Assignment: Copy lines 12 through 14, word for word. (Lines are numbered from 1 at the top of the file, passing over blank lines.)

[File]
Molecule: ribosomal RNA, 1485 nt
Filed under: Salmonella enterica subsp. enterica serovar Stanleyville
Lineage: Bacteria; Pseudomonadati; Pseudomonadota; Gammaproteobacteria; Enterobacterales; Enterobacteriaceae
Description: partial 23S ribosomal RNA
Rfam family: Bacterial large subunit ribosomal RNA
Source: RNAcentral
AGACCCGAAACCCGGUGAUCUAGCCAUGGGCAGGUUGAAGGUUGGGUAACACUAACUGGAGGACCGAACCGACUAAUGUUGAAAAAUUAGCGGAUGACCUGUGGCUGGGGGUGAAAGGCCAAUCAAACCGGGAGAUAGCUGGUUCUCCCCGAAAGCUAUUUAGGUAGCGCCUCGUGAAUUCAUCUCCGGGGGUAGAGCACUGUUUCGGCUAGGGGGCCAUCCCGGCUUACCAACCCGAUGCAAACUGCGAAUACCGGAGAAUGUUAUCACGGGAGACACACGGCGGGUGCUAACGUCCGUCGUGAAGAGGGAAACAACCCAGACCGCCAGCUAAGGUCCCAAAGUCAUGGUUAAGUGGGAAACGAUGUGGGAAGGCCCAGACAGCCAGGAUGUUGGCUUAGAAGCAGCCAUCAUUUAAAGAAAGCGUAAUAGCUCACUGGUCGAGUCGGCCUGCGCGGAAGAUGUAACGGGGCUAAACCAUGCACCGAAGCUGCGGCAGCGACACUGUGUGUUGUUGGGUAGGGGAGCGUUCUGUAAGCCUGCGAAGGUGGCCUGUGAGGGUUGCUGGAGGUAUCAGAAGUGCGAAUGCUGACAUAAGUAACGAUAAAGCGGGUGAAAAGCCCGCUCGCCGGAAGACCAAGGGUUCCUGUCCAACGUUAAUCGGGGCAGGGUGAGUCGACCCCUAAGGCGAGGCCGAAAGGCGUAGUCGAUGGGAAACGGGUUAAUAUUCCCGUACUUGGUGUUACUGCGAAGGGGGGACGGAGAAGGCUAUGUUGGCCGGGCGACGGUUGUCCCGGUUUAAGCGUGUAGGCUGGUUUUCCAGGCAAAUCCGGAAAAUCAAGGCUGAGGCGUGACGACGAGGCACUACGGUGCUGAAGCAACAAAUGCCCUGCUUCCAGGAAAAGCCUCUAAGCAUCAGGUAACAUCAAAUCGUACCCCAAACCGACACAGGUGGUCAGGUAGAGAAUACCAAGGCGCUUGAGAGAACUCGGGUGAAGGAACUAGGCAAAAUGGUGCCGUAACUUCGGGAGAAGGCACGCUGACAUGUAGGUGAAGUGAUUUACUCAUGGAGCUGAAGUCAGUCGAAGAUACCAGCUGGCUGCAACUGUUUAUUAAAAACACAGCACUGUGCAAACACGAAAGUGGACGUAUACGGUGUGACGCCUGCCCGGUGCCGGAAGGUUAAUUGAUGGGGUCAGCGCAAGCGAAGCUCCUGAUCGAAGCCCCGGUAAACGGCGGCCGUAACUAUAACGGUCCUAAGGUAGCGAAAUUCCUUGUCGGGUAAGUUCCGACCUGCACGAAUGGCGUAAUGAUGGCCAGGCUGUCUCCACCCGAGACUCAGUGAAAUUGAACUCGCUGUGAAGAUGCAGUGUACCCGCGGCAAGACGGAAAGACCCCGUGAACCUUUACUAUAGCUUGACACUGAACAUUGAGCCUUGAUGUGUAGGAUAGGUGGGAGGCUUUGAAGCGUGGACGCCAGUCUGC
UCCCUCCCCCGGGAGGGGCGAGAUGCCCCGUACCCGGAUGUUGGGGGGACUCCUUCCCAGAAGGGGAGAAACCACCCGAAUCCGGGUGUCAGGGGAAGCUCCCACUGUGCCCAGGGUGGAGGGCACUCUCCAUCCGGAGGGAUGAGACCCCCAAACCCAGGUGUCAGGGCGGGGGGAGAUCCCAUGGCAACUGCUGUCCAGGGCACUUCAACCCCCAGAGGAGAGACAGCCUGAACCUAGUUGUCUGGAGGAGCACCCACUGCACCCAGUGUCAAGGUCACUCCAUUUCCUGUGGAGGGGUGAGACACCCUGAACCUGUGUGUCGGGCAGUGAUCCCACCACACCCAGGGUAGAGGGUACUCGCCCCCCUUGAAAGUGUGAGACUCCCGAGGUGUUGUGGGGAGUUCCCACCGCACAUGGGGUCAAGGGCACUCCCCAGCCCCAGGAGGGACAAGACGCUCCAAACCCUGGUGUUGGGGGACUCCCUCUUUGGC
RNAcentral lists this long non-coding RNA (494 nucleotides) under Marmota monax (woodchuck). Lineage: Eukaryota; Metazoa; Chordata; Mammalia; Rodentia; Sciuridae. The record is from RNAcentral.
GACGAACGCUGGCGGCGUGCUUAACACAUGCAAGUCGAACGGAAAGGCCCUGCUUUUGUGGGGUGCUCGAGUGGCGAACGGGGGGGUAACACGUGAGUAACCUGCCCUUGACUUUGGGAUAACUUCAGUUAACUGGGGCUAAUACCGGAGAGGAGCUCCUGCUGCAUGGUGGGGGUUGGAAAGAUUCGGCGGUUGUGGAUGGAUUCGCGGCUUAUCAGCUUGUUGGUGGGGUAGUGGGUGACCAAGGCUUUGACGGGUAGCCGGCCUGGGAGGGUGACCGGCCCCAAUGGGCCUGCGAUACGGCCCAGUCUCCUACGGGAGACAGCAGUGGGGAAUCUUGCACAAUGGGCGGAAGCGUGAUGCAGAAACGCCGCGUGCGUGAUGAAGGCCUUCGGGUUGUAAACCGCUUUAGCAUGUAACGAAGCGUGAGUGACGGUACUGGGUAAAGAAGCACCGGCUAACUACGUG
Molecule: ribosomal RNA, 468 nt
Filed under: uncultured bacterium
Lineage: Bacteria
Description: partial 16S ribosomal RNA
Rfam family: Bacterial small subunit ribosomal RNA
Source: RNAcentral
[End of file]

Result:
Filed under: uncultured bacterium
Lineage: Bacteria
Description: partial 16S ribosomal RNA